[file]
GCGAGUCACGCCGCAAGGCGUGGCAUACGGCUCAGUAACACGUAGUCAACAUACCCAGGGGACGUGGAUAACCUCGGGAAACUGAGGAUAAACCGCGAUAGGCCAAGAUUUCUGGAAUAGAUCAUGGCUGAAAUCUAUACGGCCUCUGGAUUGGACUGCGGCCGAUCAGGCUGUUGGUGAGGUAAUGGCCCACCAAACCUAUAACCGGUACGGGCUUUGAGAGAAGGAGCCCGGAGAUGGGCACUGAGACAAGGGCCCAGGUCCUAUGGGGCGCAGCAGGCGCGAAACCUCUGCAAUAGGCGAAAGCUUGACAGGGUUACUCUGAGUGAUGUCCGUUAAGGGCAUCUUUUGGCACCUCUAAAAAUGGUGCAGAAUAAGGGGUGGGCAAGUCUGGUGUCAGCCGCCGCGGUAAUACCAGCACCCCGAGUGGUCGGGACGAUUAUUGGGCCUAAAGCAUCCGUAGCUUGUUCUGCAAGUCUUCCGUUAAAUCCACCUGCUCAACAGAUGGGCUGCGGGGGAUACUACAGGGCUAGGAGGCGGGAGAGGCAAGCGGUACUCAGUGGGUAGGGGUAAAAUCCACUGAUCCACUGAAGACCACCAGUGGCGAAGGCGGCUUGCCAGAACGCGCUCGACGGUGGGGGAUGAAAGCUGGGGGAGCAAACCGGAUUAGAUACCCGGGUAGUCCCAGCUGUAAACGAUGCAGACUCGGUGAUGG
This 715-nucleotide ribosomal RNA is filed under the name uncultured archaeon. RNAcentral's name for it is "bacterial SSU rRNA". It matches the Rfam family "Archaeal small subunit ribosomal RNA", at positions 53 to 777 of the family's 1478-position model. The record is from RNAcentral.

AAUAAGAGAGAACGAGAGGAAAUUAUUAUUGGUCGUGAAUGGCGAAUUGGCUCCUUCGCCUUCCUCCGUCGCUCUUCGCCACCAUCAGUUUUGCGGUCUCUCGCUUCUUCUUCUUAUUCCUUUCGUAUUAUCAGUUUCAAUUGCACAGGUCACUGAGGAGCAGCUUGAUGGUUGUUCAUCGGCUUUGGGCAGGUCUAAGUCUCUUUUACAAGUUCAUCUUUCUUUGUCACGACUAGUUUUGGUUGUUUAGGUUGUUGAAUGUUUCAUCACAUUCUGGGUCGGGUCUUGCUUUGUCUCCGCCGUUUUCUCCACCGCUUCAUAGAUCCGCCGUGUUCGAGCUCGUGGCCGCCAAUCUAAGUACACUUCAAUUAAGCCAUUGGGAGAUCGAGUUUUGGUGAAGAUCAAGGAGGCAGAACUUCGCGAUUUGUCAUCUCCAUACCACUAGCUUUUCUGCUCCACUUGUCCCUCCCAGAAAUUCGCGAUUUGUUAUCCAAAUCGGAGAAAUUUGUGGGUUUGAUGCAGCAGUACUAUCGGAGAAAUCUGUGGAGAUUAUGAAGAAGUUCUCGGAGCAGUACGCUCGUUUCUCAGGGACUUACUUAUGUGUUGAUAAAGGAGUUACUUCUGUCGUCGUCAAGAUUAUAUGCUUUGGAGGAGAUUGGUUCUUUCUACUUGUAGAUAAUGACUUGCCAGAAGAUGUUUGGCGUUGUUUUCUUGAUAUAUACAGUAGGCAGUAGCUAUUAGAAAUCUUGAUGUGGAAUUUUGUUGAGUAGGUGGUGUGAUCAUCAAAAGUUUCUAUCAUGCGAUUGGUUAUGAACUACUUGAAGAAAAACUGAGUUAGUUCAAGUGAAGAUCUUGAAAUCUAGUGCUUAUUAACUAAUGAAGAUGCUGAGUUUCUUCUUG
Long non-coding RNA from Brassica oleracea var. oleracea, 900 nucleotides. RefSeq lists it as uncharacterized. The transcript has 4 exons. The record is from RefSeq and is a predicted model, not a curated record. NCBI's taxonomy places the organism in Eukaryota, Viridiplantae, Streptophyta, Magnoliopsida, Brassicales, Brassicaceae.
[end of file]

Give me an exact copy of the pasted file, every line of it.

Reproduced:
GCGAGUCACGCCGCAAGGCGUGGCAUACGGCUCAGUAACACGUAGUCAACAUACCCAGGGGACGUGGAUAACCUCGGGAAACUGAGGAUAAACCGCGAUAGGCCAAGAUUUCUGGAAUAGAUCAUGGCUGAAAUCUAUACGGCCUCUGGAUUGGACUGCGGCCGAUCAGGCUGUUGGUGAGGUAAUGGCCCACCAAACCUAUAACCGGUACGGGCUUUGAGAGAAGGAGCCCGGAGAUGGGCACUGAGACAAGGGCCCAGGUCCUAUGGGGCGCAGCAGGCGCGAAACCUCUGCAAUAGGCGAAAGCUUGACAGGGUUACUCUGAGUGAUGUCCGUUAAGGGCAUCUUUUGGCACCUCUAAAAAUGGUGCAGAAUAAGGGGUGGGCAAGUCUGGUGUCAGCCGCCGCGGUAAUACCAGCACCCCGAGUGGUCGGGACGAUUAUUGGGCCUAAAGCAUCCGUAGCUUGUUCUGCAAGUCUUCCGUUAAAUCCACCUGCUCAACAGAUGGGCUGCGGGGGAUACUACAGGGCUAGGAGGCGGGAGAGGCAAGCGGUACUCAGUGGGUAGGGGUAAAAUCCACUGAUCCACUGAAGACCACCAGUGGCGAAGGCGGCUUGCCAGAACGCGCUCGACGGUGGGGGAUGAAAGCUGGGGGAGCAAACCGGAUUAGAUACCCGGGUAGUCCCAGCUGUAAACGAUGCAGACUCGGUGAUGG
This 715-nucleotide ribosomal RNA is filed under the name uncultured archaeon. RNAcentral's name for it is "bacterial SSU rRNA". It matches the Rfam family "Archaeal small subunit ribosomal RNA", at positions 53 to 777 of the family's 1478-position model. The record is from RNAcentral.

AAUAAGAGAGAACGAGAGGAAAUUAUUAUUGGUCGUGAAUGGCGAAUUGGCUCCUUCGCCUUCCUCCGUCGCUCUUCGCCACCAUCAGUUUUGCGGUCUCUCGCUUCUUCUUCUUAUUCCUUUCGUAUUAUCAGUUUCAAUUGCACAGGUCACUGAGGAGCAGCUUGAUGGUUGUUCAUCGGCUUUGGGCAGGUCUAAGUCUCUUUUACAAGUUCAUCUUUCUUUGUCACGACUAGUUUUGGUUGUUUAGGUUGUUGAAUGUUUCAUCACAUUCUGGGUCGGGUCUUGCUUUGUCUCCGCCGUUUUCUCCACCGCUUCAUAGAUCCGCCGUGUUCGAGCUCGUGGCCGCCAAUCUAAGUACACUUCAAUUAAGCCAUUGGGAGAUCGAGUUUUGGUGAAGAUCAAGGAGGCAGAACUUCGCGAUUUGUCAUCUCCAUACCACUAGCUUUUCUGCUCCACUUGUCCCUCCCAGAAAUUCGCGAUUUGUUAUCCAAAUCGGAGAAAUUUGUGGGUUUGAUGCAGCAGUACUAUCGGAGAAAUCUGUGGAGAUUAUGAAGAAGUUCUCGGAGCAGUACGCUCGUUUCUCAGGGACUUACUUAUGUGUUGAUAAAGGAGUUACUUCUGUCGUCGUCAAGAUUAUAUGCUUUGGAGGAGAUUGGUUCUUUCUACUUGUAGAUAAUGACUUGCCAGAAGAUGUUUGGCGUUGUUUUCUUGAUAUAUACAGUAGGCAGUAGCUAUUAGAAAUCUUGAUGUGGAAUUUUGUUGAGUAGGUGGUGUGAUCAUCAAAAGUUUCUAUCAUGCGAUUGGUUAUGAACUACUUGAAGAAAAACUGAGUUAGUUCAAGUGAAGAUCUUGAAAUCUAGUGCUUAUUAACUAAUGAAGAUGCUGAGUUUCUUCUUG
Long non-coding RNA from Brassica oleracea var. oleracea, 900 nucleotides. RefSeq lists it as uncharacterized. The transcript has 4 exons. The record is from RefSeq and is a predicted model, not a curated record. NCBI's taxonomy places the organism in Eukaryota, Viridiplantae, Streptophyta, Magnoliopsida, Brassicales, Brassicaceae.